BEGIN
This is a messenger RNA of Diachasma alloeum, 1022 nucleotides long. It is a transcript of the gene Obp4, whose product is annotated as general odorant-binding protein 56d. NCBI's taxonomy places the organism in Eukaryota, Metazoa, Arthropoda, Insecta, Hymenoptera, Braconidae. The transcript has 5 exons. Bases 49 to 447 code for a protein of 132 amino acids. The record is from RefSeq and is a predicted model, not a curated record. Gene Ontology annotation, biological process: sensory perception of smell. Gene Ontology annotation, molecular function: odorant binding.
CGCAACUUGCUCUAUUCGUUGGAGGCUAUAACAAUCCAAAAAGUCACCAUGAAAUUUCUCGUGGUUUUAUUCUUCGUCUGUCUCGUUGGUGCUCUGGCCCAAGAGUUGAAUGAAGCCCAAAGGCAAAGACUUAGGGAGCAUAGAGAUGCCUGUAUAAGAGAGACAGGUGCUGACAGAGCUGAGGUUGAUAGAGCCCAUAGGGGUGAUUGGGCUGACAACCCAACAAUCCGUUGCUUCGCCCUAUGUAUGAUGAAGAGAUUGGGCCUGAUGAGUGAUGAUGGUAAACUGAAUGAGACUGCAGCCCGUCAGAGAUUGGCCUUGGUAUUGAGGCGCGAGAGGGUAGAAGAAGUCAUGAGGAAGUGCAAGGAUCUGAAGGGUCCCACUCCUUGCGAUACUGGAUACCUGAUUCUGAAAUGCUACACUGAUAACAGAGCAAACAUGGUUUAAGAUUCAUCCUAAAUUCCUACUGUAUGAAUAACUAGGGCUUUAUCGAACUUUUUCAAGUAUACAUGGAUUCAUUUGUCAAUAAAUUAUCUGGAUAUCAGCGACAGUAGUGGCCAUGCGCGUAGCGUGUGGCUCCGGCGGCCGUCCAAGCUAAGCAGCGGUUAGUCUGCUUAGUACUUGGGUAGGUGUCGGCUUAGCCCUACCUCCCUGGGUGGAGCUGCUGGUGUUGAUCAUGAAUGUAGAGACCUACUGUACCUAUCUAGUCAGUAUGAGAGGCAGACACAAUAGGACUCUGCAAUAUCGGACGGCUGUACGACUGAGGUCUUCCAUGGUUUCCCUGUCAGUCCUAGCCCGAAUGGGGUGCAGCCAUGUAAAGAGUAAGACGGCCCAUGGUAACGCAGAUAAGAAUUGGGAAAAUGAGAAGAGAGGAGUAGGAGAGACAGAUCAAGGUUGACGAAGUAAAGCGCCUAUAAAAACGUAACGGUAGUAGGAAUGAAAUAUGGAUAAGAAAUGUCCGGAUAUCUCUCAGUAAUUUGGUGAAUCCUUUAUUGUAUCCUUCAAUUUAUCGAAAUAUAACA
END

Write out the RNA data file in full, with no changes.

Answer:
This is a messenger RNA of Diachasma alloeum, 1022 nucleotides long. It is a transcript of the gene Obp4, whose product is annotated as general odorant-binding protein 56d. NCBI's taxonomy places the organism in Eukaryota, Metazoa, Arthropoda, Insecta, Hymenoptera, Braconidae. The transcript has 5 exons. Bases 49 to 447 code for a protein of 132 amino acids. The record is from RefSeq and is a predicted model, not a curated record. Gene Ontology annotation, biological process: sensory perception of smell. Gene Ontology annotation, molecular function: odorant binding.
CGCAACUUGCUCUAUUCGUUGGAGGCUAUAACAAUCCAAAAAGUCACCAUGAAAUUUCUCGUGGUUUUAUUCUUCGUCUGUCUCGUUGGUGCUCUGGCCCAAGAGUUGAAUGAAGCCCAAAGGCAAAGACUUAGGGAGCAUAGAGAUGCCUGUAUAAGAGAGACAGGUGCUGACAGAGCUGAGGUUGAUAGAGCCCAUAGGGGUGAUUGGGCUGACAACCCAACAAUCCGUUGCUUCGCCCUAUGUAUGAUGAAGAGAUUGGGCCUGAUGAGUGAUGAUGGUAAACUGAAUGAGACUGCAGCCCGUCAGAGAUUGGCCUUGGUAUUGAGGCGCGAGAGGGUAGAAGAAGUCAUGAGGAAGUGCAAGGAUCUGAAGGGUCCCACUCCUUGCGAUACUGGAUACCUGAUUCUGAAAUGCUACACUGAUAACAGAGCAAACAUGGUUUAAGAUUCAUCCUAAAUUCCUACUGUAUGAAUAACUAGGGCUUUAUCGAACUUUUUCAAGUAUACAUGGAUUCAUUUGUCAAUAAAUUAUCUGGAUAUCAGCGACAGUAGUGGCCAUGCGCGUAGCGUGUGGCUCCGGCGGCCGUCCAAGCUAAGCAGCGGUUAGUCUGCUUAGUACUUGGGUAGGUGUCGGCUUAGCCCUACCUCCCUGGGUGGAGCUGCUGGUGUUGAUCAUGAAUGUAGAGACCUACUGUACCUAUCUAGUCAGUAUGAGAGGCAGACACAAUAGGACUCUGCAAUAUCGGACGGCUGUACGACUGAGGUCUUCCAUGGUUUCCCUGUCAGUCCUAGCCCGAAUGGGGUGCAGCCAUGUAAAGAGUAAGACGGCCCAUGGUAACGCAGAUAAGAAUUGGGAAAAUGAGAAGAGAGGAGUAGGAGAGACAGAUCAAGGUUGACGAAGUAAAGCGCCUAUAAAAACGUAACGGUAGUAGGAAUGAAAUAUGGAUAAGAAAUGUCCGGAUAUCUCUCAGUAAUUUGGUGAAUCCUUUAUUGUAUCCUUCAAUUUAUCGAAAUAUAACA